BACKGROUND: The aim of this study was to validate exhaled nitric oxide (eNO) values obtained with an alternative off line, single breath, low flow balloon sampling method against on line sampling according to ERS and ATS guidelines in children who could perform both methods. METHODS: One hundred and twenty seven white children of median age 14.1 years, all pupils of a secondary school, participated in the study. They performed the two different sampling techniques at three different flows of 50, 100, 150 ml/s. Additional measurements were done in random subgroups to determine the influence of the dead space air on eNO values obtained off line by excluding the first 220 ml of exhaled air. All children completed a questionnaire on respiratory and allergic disorders and underwent spirometric tests. RESULTS: The off line eNO values were significantly higher than the on line values at all flows. At 50 ml/s the geometric mean (SE) off line eNO was 18.7 (1.1) ppb and the on line eNO was 15.1 (1.1) ppb (p<0.0001). However, when dead space air was discarded, off line and on line values were similar: at 50 ml/s off line eNO was 17.7 (1.0) ppb and on line eNO 16.0 (1.2) ppb. There was a good agreement between off line eNO values without dead space air and on line eNO: for 50 ml/s the mean on/off line ratio was 0.95 (95% agreement limits 0.63 to 1.27). The off line eNO level at 50 ml/s in 80 children with negative questionnaires for asthma, rhinitis, and eczema was 13.6 (1.0) ppb compared with 33.3 (1.1) ppb in the remaining children with positive questionnaires on asthma and allergy and/or recent symptoms of cold (p<0.0001). CONCLUSIONS: In children, off line assessment of eNO using constant low flow sampling and excluding dead space air is feasible and produces similar results as on line assessment with the same exhalation flow rate. Both sampling methods are sufficiently sensitive to differentiate between groups of otherwise healthy school children with and without self-reported asthma, allergy, and/or colds. We propose that, for off line sampling, similar low flow rates should be used as are recommended for on line measurements.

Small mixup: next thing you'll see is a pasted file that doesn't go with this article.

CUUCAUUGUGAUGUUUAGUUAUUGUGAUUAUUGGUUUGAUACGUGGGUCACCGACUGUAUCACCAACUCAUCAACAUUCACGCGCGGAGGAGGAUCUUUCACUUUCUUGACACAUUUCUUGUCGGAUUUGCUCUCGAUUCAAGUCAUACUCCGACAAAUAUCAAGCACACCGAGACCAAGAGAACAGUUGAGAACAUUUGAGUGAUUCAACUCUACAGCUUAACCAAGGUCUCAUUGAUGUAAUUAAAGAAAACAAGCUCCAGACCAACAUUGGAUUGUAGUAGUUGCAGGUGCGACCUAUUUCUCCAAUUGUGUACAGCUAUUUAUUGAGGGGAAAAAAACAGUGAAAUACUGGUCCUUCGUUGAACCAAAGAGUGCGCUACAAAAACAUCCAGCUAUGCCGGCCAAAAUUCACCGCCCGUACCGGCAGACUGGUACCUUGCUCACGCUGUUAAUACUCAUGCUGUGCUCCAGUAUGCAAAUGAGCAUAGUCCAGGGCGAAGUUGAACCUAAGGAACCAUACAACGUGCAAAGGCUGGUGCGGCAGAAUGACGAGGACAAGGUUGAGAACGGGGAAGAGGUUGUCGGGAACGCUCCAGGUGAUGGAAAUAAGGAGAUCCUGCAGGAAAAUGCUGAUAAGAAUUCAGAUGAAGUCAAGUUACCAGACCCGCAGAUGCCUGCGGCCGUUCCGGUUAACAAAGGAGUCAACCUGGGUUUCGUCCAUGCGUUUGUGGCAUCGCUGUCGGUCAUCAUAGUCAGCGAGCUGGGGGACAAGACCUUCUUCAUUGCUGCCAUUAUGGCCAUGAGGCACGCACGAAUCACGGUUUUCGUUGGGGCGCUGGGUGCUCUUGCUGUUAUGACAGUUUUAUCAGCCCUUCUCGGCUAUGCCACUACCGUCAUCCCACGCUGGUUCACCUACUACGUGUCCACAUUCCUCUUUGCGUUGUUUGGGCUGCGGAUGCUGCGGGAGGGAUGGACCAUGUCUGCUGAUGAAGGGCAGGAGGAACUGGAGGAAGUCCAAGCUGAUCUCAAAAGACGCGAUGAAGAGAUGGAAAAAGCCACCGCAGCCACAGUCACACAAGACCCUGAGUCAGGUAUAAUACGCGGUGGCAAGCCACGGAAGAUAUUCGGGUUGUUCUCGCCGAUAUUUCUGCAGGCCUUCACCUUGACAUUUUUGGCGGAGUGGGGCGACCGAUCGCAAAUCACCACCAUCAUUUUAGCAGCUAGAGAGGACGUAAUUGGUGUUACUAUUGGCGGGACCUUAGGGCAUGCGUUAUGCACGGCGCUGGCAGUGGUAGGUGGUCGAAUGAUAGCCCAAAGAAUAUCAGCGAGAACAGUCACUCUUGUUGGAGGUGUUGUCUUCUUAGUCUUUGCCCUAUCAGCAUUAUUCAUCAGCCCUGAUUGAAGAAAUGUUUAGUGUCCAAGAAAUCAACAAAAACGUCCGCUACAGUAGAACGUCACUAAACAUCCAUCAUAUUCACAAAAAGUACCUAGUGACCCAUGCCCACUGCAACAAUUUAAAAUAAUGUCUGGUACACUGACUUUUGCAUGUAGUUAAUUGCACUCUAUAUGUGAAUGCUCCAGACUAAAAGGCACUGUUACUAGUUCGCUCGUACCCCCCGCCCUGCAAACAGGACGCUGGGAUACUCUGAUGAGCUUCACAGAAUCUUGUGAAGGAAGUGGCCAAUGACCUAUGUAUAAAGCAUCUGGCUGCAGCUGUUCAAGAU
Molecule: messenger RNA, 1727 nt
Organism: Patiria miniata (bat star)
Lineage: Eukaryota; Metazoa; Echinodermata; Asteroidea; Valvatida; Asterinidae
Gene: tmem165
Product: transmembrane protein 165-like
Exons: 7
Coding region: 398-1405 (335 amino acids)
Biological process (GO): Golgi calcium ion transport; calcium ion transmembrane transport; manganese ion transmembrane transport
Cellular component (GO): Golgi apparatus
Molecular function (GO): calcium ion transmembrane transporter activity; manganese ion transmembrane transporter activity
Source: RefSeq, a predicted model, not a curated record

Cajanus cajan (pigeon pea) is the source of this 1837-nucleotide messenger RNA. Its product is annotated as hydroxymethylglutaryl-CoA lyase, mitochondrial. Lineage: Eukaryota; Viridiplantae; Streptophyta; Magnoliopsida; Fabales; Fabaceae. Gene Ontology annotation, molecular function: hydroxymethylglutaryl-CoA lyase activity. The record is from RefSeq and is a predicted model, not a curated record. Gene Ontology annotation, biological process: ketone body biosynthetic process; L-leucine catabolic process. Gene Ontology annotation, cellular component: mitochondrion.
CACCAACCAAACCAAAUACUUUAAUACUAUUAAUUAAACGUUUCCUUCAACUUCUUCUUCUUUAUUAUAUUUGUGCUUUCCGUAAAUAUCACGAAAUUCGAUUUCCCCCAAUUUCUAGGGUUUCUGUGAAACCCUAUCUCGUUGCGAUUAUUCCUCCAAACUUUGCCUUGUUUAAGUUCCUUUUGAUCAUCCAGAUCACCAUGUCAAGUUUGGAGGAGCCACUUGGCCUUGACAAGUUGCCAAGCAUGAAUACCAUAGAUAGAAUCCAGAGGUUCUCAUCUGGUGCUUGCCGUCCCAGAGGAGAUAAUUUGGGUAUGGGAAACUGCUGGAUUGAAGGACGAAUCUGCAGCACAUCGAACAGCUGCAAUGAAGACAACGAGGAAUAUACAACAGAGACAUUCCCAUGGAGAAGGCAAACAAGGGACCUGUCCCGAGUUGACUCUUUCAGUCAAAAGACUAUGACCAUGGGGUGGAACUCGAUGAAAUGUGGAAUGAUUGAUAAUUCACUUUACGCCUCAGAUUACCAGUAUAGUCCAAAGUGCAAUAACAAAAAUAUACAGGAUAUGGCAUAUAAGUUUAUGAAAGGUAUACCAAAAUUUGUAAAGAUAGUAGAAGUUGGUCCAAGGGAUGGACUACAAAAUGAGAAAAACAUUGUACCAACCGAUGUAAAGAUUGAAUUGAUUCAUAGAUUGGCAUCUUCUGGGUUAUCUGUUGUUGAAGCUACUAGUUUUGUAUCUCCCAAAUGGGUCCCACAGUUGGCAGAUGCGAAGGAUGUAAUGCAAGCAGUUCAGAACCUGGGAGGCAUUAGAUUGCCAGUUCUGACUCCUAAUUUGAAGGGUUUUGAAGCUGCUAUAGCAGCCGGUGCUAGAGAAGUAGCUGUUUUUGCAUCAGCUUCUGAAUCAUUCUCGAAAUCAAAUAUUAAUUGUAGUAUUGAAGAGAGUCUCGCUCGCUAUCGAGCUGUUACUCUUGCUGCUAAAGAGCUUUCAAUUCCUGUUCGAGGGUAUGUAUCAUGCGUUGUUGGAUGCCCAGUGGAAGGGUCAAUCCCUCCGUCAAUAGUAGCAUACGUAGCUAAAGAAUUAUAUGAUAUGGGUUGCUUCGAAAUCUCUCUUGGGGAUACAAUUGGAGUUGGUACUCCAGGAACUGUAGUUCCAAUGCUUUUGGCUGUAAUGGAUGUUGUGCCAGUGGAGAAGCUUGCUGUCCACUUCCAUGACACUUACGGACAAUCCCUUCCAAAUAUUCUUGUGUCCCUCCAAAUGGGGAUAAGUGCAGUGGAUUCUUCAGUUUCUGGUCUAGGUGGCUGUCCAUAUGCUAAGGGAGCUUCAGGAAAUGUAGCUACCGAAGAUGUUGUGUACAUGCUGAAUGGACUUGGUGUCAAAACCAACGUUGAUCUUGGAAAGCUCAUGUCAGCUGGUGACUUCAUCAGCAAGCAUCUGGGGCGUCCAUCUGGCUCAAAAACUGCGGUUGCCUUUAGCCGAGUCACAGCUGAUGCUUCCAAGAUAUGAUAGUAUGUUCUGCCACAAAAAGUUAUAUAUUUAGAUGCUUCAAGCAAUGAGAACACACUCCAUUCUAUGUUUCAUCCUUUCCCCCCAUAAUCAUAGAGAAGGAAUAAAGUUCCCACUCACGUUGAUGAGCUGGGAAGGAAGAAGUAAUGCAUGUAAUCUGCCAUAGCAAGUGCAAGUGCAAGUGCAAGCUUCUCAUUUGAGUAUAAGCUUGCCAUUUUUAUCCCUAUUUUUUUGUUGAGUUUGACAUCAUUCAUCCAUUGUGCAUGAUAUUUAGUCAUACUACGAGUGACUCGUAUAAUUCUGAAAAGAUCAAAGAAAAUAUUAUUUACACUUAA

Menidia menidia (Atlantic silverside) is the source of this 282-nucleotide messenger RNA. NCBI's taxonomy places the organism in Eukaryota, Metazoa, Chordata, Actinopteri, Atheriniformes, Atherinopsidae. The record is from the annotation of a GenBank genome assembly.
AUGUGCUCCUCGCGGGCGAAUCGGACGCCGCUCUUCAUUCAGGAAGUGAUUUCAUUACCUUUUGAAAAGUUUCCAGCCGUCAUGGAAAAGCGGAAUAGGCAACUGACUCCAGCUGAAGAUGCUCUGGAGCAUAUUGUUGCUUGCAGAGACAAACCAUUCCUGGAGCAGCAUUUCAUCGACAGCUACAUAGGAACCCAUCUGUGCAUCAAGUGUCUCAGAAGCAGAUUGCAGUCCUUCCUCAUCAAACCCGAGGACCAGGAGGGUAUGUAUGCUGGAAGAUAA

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Thorax: an international journal of respiratory medicine
Erasmus MC: University Medical Center Rotterdam

Jobsis, Q., Raatgeep, R., Hop, W., & de Jongste, J. (2001). Controlled low flow off line sampling of exhaled nitric oxide in children. Thorax: an international journal of respiratory medicine. Retrieved from